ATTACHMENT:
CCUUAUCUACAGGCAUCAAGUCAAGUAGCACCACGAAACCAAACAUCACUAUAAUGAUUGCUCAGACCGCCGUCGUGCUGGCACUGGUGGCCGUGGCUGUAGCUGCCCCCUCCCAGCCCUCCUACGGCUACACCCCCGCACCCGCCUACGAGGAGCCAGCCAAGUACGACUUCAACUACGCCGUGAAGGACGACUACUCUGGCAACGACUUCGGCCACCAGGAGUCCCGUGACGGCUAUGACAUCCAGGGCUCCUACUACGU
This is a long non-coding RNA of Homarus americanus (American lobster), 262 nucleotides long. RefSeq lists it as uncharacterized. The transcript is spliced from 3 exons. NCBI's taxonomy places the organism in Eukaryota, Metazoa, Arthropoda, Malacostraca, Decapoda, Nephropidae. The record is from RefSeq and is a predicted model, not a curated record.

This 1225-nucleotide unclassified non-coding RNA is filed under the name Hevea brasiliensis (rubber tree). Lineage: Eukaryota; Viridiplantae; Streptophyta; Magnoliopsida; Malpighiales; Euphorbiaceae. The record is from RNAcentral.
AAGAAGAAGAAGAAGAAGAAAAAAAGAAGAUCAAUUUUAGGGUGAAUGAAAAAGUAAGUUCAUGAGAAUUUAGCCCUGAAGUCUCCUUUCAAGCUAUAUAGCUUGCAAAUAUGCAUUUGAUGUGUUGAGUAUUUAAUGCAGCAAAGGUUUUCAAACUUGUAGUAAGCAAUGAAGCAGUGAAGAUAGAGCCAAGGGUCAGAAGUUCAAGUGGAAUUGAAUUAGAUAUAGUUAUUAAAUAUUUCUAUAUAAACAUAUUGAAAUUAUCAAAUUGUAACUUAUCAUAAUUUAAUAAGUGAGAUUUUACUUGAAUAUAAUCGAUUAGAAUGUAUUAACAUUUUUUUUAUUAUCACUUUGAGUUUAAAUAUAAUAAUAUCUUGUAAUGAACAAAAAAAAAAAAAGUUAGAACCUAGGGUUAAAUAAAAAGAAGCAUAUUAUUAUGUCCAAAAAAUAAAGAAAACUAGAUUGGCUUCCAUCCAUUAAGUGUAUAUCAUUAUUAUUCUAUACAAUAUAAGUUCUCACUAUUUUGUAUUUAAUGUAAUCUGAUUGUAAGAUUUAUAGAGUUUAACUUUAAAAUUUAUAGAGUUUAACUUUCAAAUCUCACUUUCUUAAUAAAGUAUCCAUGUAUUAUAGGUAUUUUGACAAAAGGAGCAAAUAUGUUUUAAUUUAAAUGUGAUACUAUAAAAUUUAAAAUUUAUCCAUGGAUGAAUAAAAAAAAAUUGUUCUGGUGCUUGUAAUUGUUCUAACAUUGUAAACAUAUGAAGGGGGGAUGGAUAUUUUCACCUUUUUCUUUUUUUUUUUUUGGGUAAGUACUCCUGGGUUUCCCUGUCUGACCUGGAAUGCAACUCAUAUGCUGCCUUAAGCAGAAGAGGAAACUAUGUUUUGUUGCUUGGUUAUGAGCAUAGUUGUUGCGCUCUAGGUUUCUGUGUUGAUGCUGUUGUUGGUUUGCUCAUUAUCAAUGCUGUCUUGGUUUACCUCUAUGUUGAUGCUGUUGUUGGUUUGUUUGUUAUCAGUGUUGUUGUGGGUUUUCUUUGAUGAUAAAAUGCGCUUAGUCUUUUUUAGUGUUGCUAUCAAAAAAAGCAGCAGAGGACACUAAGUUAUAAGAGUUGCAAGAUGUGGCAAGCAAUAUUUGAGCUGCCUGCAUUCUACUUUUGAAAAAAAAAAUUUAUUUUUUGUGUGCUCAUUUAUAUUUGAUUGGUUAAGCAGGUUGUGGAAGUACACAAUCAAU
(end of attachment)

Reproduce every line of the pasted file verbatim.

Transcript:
CCUUAUCUACAGGCAUCAAGUCAAGUAGCACCACGAAACCAAACAUCACUAUAAUGAUUGCUCAGACCGCCGUCGUGCUGGCACUGGUGGCCGUGGCUGUAGCUGCCCCCUCCCAGCCCUCCUACGGCUACACCCCCGCACCCGCCUACGAGGAGCCAGCCAAGUACGACUUCAACUACGCCGUGAAGGACGACUACUCUGGCAACGACUUCGGCCACCAGGAGUCCCGUGACGGCUAUGACAUCCAGGGCUCCUACUACGU
This is a long non-coding RNA of Homarus americanus (American lobster), 262 nucleotides long. RefSeq lists it as uncharacterized. The transcript is spliced from 3 exons. NCBI's taxonomy places the organism in Eukaryota, Metazoa, Arthropoda, Malacostraca, Decapoda, Nephropidae. The record is from RefSeq and is a predicted model, not a curated record.

This 1225-nucleotide unclassified non-coding RNA is filed under the name Hevea brasiliensis (rubber tree). Lineage: Eukaryota; Viridiplantae; Streptophyta; Magnoliopsida; Malpighiales; Euphorbiaceae. The record is from RNAcentral.
AAGAAGAAGAAGAAGAAGAAAAAAAGAAGAUCAAUUUUAGGGUGAAUGAAAAAGUAAGUUCAUGAGAAUUUAGCCCUGAAGUCUCCUUUCAAGCUAUAUAGCUUGCAAAUAUGCAUUUGAUGUGUUGAGUAUUUAAUGCAGCAAAGGUUUUCAAACUUGUAGUAAGCAAUGAAGCAGUGAAGAUAGAGCCAAGGGUCAGAAGUUCAAGUGGAAUUGAAUUAGAUAUAGUUAUUAAAUAUUUCUAUAUAAACAUAUUGAAAUUAUCAAAUUGUAACUUAUCAUAAUUUAAUAAGUGAGAUUUUACUUGAAUAUAAUCGAUUAGAAUGUAUUAACAUUUUUUUUAUUAUCACUUUGAGUUUAAAUAUAAUAAUAUCUUGUAAUGAACAAAAAAAAAAAAAGUUAGAACCUAGGGUUAAAUAAAAAGAAGCAUAUUAUUAUGUCCAAAAAAUAAAGAAAACUAGAUUGGCUUCCAUCCAUUAAGUGUAUAUCAUUAUUAUUCUAUACAAUAUAAGUUCUCACUAUUUUGUAUUUAAUGUAAUCUGAUUGUAAGAUUUAUAGAGUUUAACUUUAAAAUUUAUAGAGUUUAACUUUCAAAUCUCACUUUCUUAAUAAAGUAUCCAUGUAUUAUAGGUAUUUUGACAAAAGGAGCAAAUAUGUUUUAAUUUAAAUGUGAUACUAUAAAAUUUAAAAUUUAUCCAUGGAUGAAUAAAAAAAAAUUGUUCUGGUGCUUGUAAUUGUUCUAACAUUGUAAACAUAUGAAGGGGGGAUGGAUAUUUUCACCUUUUUCUUUUUUUUUUUUUGGGUAAGUACUCCUGGGUUUCCCUGUCUGACCUGGAAUGCAACUCAUAUGCUGCCUUAAGCAGAAGAGGAAACUAUGUUUUGUUGCUUGGUUAUGAGCAUAGUUGUUGCGCUCUAGGUUUCUGUGUUGAUGCUGUUGUUGGUUUGCUCAUUAUCAAUGCUGUCUUGGUUUACCUCUAUGUUGAUGCUGUUGUUGGUUUGUUUGUUAUCAGUGUUGUUGUGGGUUUUCUUUGAUGAUAAAAUGCGCUUAGUCUUUUUUAGUGUUGCUAUCAAAAAAAGCAGCAGAGGACACUAAGUUAUAAGAGUUGCAAGAUGUGGCAAGCAAUAUUUGAGCUGCCUGCAUUCUACUUUUGAAAAAAAAAAUUUAUUUUUUGUGUGCUCAUUUAUAUUUGAUUGGUUAAGCAGGUUGUGGAAGUACACAAUCAAU